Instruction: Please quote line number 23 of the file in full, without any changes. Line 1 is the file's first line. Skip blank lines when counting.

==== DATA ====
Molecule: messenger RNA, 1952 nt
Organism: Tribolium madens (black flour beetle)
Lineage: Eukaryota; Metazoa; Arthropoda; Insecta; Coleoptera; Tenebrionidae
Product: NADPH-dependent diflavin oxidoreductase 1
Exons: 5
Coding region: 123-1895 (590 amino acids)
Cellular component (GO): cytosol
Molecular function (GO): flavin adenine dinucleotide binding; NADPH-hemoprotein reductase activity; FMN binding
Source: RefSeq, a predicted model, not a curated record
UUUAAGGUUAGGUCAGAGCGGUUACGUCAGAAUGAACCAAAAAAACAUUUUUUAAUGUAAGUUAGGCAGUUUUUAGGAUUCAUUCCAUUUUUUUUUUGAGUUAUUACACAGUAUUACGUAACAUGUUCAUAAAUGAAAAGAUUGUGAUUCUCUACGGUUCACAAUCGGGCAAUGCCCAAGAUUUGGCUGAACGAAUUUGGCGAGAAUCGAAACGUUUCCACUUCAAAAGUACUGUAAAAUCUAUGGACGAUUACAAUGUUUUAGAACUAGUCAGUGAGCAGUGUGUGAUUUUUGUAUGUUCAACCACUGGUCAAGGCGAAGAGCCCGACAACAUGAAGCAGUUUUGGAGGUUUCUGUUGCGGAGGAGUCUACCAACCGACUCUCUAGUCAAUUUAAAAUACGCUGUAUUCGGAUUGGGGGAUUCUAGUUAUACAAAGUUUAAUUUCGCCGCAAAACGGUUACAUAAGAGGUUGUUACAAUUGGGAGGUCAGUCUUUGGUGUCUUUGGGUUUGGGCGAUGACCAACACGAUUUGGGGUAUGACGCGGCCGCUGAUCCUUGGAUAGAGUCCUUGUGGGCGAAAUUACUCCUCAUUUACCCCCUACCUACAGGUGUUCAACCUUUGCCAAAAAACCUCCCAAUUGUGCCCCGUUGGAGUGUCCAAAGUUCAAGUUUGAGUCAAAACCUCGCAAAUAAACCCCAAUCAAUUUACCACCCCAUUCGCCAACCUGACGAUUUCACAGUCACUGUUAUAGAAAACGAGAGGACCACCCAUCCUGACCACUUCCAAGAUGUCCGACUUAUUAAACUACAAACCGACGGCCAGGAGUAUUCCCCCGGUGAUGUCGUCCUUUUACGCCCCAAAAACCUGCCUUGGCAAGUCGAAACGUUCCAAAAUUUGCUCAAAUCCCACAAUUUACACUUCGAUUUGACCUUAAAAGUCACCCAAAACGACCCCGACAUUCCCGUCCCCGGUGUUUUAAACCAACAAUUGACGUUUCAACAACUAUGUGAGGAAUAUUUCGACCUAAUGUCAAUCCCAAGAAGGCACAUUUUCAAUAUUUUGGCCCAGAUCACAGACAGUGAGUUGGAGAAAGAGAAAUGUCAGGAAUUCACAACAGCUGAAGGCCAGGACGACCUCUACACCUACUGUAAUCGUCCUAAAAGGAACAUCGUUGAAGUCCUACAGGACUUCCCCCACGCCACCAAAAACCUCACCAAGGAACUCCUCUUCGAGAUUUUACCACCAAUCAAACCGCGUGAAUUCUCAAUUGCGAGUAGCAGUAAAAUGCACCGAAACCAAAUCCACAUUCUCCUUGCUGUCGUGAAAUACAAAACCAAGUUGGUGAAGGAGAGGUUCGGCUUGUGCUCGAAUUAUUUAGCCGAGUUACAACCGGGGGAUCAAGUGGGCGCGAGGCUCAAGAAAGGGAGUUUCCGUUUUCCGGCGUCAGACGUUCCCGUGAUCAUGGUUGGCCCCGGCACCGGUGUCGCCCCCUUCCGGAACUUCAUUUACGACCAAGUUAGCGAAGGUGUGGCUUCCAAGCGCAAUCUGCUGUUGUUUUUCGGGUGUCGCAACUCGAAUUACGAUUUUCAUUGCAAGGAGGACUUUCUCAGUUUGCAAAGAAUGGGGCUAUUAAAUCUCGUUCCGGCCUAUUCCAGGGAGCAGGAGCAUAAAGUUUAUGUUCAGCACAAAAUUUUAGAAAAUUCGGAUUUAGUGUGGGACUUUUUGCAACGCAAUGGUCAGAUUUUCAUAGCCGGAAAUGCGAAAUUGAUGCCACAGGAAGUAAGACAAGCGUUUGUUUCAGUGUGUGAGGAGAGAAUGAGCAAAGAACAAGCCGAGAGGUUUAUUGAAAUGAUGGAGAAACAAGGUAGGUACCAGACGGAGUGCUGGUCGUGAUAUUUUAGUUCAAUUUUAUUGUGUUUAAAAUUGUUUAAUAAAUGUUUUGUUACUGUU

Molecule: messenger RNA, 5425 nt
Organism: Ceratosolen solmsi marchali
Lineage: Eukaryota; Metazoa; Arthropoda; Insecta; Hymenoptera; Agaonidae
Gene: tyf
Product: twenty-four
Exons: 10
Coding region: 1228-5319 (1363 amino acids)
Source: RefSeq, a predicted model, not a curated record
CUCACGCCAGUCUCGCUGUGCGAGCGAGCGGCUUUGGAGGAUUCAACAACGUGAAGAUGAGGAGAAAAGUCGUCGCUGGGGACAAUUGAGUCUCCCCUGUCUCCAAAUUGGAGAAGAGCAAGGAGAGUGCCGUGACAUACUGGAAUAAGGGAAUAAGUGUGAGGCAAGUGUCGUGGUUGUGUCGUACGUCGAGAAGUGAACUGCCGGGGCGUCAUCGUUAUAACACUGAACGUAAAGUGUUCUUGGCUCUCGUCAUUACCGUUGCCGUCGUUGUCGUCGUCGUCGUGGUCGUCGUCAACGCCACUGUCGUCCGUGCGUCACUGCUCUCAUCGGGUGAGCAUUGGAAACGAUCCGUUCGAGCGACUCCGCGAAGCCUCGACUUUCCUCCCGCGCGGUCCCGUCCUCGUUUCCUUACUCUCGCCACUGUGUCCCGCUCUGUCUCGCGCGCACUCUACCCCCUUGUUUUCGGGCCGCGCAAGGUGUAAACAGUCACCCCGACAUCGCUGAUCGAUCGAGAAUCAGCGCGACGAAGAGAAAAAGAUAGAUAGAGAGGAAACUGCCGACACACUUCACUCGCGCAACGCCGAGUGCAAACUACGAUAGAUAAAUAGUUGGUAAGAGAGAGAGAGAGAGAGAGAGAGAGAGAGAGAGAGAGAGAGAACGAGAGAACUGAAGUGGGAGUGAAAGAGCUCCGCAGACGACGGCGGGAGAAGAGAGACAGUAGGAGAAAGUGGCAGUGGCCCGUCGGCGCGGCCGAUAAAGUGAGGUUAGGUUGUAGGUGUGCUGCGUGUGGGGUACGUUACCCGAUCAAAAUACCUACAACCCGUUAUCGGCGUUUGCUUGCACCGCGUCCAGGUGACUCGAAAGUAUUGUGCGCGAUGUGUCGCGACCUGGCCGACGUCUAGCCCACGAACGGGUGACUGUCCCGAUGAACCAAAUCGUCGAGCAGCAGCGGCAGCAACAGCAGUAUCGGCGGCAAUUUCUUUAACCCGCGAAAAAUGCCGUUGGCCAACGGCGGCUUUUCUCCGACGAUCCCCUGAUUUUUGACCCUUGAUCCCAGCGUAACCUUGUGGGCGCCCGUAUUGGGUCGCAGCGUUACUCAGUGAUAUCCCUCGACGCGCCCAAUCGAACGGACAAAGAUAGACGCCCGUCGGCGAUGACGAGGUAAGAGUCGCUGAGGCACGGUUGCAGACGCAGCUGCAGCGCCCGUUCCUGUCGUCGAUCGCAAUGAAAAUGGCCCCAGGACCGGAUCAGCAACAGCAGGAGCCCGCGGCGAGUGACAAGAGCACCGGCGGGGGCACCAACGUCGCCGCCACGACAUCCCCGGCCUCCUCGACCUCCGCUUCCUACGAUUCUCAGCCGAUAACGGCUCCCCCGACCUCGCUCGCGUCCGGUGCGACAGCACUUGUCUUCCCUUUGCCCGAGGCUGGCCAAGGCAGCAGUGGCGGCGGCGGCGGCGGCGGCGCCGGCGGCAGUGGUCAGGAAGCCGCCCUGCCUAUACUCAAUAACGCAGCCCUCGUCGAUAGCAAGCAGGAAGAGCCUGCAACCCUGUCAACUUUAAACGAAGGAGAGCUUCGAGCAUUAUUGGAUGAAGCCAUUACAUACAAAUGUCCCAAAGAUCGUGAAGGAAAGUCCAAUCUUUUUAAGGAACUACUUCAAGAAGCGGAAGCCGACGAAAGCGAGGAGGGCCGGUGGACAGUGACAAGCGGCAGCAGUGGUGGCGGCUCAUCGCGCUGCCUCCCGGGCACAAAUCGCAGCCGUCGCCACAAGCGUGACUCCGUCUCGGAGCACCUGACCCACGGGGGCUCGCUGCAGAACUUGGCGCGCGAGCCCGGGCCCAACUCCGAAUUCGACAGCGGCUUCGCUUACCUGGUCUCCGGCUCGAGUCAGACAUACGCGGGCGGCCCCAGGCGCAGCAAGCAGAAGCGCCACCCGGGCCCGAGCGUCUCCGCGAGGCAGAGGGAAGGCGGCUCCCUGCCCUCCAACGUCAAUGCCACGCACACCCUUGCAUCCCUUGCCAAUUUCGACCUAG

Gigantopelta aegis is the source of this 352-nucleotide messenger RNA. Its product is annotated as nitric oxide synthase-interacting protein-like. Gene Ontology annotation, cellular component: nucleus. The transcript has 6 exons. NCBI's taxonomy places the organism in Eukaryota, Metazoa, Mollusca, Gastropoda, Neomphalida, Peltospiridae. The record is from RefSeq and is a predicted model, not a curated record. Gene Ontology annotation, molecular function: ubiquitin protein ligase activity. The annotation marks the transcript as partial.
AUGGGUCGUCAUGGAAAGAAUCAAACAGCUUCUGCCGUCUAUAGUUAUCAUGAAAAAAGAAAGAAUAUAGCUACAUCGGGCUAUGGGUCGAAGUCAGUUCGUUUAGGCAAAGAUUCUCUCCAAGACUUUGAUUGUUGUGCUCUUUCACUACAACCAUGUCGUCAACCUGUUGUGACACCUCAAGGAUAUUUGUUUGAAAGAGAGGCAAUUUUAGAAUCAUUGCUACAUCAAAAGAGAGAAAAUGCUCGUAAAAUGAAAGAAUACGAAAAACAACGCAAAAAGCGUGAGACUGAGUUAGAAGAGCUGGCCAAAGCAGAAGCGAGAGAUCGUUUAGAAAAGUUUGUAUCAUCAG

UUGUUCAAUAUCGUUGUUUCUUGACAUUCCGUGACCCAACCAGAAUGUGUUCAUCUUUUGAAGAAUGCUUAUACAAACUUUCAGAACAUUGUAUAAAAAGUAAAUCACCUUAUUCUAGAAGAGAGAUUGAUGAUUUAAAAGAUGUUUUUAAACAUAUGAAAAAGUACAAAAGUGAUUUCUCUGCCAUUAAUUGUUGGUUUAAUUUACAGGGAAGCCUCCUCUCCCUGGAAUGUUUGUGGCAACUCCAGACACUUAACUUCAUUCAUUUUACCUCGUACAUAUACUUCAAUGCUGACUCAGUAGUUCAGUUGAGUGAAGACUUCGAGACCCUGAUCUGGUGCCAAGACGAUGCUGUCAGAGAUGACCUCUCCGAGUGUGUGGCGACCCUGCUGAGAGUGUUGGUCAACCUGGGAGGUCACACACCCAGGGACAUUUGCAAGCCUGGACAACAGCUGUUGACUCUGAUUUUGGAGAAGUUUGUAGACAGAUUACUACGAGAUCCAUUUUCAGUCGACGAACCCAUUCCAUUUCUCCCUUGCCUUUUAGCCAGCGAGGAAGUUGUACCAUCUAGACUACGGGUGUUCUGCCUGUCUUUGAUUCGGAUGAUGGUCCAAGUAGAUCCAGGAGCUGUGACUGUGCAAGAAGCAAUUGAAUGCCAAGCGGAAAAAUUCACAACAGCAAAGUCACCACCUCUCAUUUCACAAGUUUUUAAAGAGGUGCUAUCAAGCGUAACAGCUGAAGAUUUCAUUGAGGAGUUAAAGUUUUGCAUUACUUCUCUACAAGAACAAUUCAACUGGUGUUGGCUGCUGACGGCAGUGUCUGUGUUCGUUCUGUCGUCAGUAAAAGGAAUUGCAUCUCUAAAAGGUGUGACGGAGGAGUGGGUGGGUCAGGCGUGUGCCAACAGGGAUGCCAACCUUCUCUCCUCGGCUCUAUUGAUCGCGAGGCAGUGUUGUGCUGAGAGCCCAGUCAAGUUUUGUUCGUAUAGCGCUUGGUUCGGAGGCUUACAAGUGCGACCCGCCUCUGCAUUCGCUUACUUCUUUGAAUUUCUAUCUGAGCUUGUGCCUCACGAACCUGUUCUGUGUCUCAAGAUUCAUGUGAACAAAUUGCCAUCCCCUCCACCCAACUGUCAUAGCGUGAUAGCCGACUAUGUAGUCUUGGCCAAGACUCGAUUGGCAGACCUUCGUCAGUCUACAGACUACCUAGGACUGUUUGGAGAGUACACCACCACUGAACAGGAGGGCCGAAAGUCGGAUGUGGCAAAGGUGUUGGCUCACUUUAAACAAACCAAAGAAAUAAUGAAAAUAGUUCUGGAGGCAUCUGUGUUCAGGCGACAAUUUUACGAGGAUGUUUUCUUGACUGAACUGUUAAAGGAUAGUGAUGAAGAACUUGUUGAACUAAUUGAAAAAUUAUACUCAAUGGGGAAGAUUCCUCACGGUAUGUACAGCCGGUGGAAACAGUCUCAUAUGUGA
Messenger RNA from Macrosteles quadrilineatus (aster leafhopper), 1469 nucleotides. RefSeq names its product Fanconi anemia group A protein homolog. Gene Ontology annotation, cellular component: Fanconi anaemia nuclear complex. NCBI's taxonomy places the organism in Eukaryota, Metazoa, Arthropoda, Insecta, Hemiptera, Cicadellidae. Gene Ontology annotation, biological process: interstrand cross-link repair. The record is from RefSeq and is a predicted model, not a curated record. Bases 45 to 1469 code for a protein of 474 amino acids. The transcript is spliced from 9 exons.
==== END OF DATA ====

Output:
Messenger RNA from Macrosteles quadrilineatus (aster leafhopper), 1469 nucleotides. RefSeq names its product Fanconi anemia group A protein homolog. Gene Ontology annotation, cellular component: Fanconi anaemia nuclear complex. NCBI's taxonomy places the organism in Eukaryota, Metazoa, Arthropoda, Insecta, Hemiptera, Cicadellidae. Gene Ontology annotation, biological process: interstrand cross-link repair. The record is from RefSeq and is a predicted model, not a curated record. Bases 45 to 1469 code for a protein of 474 amino acids. The transcript is spliced from 9 exons.